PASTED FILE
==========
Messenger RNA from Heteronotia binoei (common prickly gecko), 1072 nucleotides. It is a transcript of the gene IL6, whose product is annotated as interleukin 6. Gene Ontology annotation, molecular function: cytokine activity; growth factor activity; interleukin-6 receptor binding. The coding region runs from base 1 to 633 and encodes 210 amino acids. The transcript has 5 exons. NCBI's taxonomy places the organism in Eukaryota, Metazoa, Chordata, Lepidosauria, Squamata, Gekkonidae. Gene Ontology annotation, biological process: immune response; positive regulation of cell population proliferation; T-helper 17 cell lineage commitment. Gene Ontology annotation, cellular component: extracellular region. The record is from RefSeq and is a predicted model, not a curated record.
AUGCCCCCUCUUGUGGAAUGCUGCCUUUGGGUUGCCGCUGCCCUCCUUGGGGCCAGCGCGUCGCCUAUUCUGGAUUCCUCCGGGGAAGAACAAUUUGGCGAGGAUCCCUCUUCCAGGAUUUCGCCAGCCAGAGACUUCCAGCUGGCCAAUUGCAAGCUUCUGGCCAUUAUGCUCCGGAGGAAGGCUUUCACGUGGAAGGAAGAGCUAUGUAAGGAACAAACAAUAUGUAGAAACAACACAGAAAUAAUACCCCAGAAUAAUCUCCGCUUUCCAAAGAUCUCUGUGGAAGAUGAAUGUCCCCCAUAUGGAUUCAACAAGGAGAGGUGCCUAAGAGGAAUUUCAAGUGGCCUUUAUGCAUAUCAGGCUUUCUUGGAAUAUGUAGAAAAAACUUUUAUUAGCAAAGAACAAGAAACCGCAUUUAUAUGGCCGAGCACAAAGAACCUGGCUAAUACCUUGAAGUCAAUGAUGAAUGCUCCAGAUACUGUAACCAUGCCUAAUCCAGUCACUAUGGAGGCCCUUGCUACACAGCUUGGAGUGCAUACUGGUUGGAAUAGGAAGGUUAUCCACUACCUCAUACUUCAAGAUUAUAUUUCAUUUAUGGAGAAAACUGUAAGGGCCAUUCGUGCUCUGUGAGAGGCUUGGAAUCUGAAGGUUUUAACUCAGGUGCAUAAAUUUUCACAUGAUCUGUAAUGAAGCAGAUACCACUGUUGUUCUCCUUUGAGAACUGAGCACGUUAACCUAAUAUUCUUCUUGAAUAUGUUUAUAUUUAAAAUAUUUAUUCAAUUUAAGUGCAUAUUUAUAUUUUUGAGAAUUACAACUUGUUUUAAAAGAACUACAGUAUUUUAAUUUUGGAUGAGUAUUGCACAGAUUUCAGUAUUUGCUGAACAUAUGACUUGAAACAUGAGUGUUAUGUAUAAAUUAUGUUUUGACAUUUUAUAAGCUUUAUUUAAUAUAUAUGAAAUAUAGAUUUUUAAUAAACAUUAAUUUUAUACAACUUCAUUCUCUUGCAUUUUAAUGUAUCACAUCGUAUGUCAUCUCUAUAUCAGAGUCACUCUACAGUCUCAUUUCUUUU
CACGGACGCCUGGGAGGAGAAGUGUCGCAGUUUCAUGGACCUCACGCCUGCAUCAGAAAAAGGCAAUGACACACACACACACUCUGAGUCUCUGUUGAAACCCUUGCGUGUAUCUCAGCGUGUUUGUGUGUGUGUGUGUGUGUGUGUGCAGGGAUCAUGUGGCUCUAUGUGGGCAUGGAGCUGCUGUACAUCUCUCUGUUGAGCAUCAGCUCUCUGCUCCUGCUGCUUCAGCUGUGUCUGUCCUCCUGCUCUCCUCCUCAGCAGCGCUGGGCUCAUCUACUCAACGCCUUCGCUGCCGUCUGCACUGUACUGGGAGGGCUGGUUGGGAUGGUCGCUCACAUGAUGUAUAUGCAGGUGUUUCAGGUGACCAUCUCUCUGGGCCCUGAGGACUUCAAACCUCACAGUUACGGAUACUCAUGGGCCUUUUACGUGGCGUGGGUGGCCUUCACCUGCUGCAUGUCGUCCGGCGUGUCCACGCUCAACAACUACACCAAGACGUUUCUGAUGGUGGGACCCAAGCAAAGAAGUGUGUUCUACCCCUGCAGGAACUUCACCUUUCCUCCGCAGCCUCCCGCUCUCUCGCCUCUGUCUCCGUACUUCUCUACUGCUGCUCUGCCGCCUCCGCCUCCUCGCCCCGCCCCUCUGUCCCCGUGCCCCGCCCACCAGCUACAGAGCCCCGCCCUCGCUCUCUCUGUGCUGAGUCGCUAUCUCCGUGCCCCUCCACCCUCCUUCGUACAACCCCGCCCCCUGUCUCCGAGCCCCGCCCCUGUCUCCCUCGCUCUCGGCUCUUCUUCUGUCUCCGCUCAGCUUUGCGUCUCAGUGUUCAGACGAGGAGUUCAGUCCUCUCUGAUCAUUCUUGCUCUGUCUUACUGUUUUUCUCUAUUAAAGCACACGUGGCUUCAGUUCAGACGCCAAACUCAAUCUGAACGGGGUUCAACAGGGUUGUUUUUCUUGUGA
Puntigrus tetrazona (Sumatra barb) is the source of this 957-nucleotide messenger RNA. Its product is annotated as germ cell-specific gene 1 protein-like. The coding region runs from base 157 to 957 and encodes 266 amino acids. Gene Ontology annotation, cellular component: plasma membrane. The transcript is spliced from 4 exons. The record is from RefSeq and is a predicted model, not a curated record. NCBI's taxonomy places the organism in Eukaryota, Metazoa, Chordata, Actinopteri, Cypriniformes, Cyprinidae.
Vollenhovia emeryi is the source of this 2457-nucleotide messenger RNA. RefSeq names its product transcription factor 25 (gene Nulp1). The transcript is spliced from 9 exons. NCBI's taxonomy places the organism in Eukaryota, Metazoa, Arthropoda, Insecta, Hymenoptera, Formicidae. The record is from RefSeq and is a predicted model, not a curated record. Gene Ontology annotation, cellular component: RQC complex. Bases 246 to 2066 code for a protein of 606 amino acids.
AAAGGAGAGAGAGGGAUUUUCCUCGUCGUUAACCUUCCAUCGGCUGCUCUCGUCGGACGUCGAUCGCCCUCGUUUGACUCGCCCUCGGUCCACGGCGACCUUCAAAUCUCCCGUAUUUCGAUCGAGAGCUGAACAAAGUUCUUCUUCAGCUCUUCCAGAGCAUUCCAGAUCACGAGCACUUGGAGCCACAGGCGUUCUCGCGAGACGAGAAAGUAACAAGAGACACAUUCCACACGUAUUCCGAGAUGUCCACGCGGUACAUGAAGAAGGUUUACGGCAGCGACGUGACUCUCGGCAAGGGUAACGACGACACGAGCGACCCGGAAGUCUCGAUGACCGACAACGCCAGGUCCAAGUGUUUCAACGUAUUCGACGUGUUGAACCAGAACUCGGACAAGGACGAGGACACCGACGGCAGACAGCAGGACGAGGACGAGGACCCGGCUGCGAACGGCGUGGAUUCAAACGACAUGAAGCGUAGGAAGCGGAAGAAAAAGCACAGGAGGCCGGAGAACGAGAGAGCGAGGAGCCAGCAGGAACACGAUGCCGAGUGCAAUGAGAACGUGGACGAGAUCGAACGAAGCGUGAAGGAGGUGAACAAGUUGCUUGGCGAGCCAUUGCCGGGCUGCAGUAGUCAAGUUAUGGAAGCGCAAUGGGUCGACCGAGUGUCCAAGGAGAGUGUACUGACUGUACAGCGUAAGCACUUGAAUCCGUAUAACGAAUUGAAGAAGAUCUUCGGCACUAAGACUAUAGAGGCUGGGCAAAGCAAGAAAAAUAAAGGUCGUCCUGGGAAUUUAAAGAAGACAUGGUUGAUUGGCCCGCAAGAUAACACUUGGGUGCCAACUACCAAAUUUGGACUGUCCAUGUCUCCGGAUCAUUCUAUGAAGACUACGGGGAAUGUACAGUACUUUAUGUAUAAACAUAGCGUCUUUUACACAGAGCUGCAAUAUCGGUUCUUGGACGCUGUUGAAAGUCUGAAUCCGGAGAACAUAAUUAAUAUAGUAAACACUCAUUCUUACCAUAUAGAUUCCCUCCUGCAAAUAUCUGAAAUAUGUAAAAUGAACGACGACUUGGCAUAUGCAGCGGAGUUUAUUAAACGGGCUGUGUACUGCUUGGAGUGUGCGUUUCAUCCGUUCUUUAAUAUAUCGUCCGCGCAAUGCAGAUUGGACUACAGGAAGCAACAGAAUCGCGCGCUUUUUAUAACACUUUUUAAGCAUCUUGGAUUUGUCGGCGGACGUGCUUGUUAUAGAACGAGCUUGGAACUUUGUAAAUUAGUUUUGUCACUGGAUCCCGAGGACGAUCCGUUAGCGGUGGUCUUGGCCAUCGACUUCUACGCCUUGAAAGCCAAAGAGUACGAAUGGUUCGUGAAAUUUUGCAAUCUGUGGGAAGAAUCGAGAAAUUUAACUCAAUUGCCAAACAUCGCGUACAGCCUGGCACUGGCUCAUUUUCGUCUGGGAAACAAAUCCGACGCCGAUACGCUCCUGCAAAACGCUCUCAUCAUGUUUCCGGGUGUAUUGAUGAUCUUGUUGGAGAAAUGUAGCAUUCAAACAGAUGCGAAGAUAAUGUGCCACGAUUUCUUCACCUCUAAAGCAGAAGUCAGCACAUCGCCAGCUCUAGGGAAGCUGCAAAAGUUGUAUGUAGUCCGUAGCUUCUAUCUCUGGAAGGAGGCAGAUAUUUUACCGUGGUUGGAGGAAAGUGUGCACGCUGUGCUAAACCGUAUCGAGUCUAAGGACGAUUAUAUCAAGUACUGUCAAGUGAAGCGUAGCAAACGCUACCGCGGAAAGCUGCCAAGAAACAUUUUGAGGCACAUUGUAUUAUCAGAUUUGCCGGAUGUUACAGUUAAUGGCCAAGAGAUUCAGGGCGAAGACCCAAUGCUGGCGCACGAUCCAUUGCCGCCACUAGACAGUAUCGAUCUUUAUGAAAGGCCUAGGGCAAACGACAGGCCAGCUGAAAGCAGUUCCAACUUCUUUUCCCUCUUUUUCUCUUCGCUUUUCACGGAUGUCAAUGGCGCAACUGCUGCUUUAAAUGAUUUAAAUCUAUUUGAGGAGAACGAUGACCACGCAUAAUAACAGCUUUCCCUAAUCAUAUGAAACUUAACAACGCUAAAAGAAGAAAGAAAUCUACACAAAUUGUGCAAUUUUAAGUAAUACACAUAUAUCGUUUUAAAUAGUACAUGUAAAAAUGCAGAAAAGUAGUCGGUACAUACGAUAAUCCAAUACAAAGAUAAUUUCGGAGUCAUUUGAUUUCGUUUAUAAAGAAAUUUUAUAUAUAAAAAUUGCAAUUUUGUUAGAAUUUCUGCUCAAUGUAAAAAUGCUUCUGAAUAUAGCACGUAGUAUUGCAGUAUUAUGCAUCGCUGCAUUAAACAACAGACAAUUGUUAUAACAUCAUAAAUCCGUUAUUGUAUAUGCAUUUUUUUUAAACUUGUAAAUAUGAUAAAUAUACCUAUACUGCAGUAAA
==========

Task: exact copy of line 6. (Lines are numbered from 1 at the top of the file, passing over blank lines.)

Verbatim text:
AAAGGAGAGAGAGGGAUUUUCCUCGUCGUUAACCUUCCAUCGGCUGCUCUCGUCGGACGUCGAUCGCCCUCGUUUGACUCGCCCUCGGUCCACGGCGACCUUCAAAUCUCCCGUAUUUCGAUCGAGAGCUGAACAAAGUUCUUCUUCAGCUCUUCCAGAGCAUUCCAGAUCACGAGCACUUGGAGCCACAGGCGUUCUCGCGAGACGAGAAAGUAACAAGAGACACAUUCCACACGUAUUCCGAGAUGUCCACGCGGUACAUGAAGAAGGUUUACGGCAGCGACGUGACUCUCGGCAAGGGUAACGACGACACGAGCGACCCGGAAGUCUCGAUGACCGACAACGCCAGGUCCAAGUGUUUCAACGUAUUCGACGUGUUGAACCAGAACUCGGACAAGGACGAGGACACCGACGGCAGACAGCAGGACGAGGACGAGGACCCGGCUGCGAACGGCGUGGAUUCAAACGACAUGAAGCGUAGGAAGCGGAAGAAAAAGCACAGGAGGCCGGAGAACGAGAGAGCGAGGAGCCAGCAGGAACACGAUGCCGAGUGCAAUGAGAACGUGGACGAGAUCGAACGAAGCGUGAAGGAGGUGAACAAGUUGCUUGGCGAGCCAUUGCCGGGCUGCAGUAGUCAAGUUAUGGAAGCGCAAUGGGUCGACCGAGUGUCCAAGGAGAGUGUACUGACUGUACAGCGUAAGCACUUGAAUCCGUAUAACGAAUUGAAGAAGAUCUUCGGCACUAAGACUAUAGAGGCUGGGCAAAGCAAGAAAAAUAAAGGUCGUCCUGGGAAUUUAAAGAAGACAUGGUUGAUUGGCCCGCAAGAUAACACUUGGGUGCCAACUACCAAAUUUGGACUGUCCAUGUCUCCGGAUCAUUCUAUGAAGACUACGGGGAAUGUACAGUACUUUAUGUAUAAACAUAGCGUCUUUUACACAGAGCUGCAAUAUCGGUUCUUGGACGCUGUUGAAAGUCUGAAUCCGGAGAACAUAAUUAAUAUAGUAAACACUCAUUCUUACCAUAUAGAUUCCCUCCUGCAAAUAUCUGAAAUAUGUAAAAUGAACGACGACUUGGCAUAUGCAGCGGAGUUUAUUAAACGGGCUGUGUACUGCUUGGAGUGUGCGUUUCAUCCGUUCUUUAAUAUAUCGUCCGCGCAAUGCAGAUUGGACUACAGGAAGCAACAGAAUCGCGCGCUUUUUAUAACACUUUUUAAGCAUCUUGGAUUUGUCGGCGGACGUGCUUGUUAUAGAACGAGCUUGGAACUUUGUAAAUUAGUUUUGUCACUGGAUCCCGAGGACGAUCCGUUAGCGGUGGUCUUGGCCAUCGACUUCUACGCCUUGAAAGCCAAAGAGUACGAAUGGUUCGUGAAAUUUUGCAAUCUGUGGGAAGAAUCGAGAAAUUUAACUCAAUUGCCAAACAUCGCGUACAGCCUGGCACUGGCUCAUUUUCGUCUGGGAAACAAAUCCGACGCCGAUACGCUCCUGCAAAACGCUCUCAUCAUGUUUCCGGGUGUAUUGAUGAUCUUGUUGGAGAAAUGUAGCAUUCAAACAGAUGCGAAGAUAAUGUGCCACGAUUUCUUCACCUCUAAAGCAGAAGUCAGCACAUCGCCAGCUCUAGGGAAGCUGCAAAAGUUGUAUGUAGUCCGUAGCUUCUAUCUCUGGAAGGAGGCAGAUAUUUUACCGUGGUUGGAGGAAAGUGUGCACGCUGUGCUAAACCGUAUCGAGUCUAAGGACGAUUAUAUCAAGUACUGUCAAGUGAAGCGUAGCAAACGCUACCGCGGAAAGCUGCCAAGAAACAUUUUGAGGCACAUUGUAUUAUCAGAUUUGCCGGAUGUUACAGUUAAUGGCCAAGAGAUUCAGGGCGAAGACCCAAUGCUGGCGCACGAUCCAUUGCCGCCACUAGACAGUAUCGAUCUUUAUGAAAGGCCUAGGGCAAACGACAGGCCAGCUGAAAGCAGUUCCAACUUCUUUUCCCUCUUUUUCUCUUCGCUUUUCACGGAUGUCAAUGGCGCAACUGCUGCUUUAAAUGAUUUAAAUCUAUUUGAGGAGAACGAUGACCACGCAUAAUAACAGCUUUCCCUAAUCAUAUGAAACUUAACAACGCUAAAAGAAGAAAGAAAUCUACACAAAUUGUGCAAUUUUAAGUAAUACACAUAUAUCGUUUUAAAUAGUACAUGUAAAAAUGCAGAAAAGUAGUCGGUACAUACGAUAAUCCAAUACAAAGAUAAUUUCGGAGUCAUUUGAUUUCGUUUAUAAAGAAAUUUUAUAUAUAAAAAUUGCAAUUUUGUUAGAAUUUCUGCUCAAUGUAAAAAUGCUUCUGAAUAUAGCACGUAGUAUUGCAGUAUUAUGCAUCGCUGCAUUAAACAACAGACAAUUGUUAUAACAUCAUAAAUCCGUUAUUGUAUAUGCAUUUUUUUUAAACUUGUAAAUAUGAUAAAUAUACCUAUACUGCAGUAAA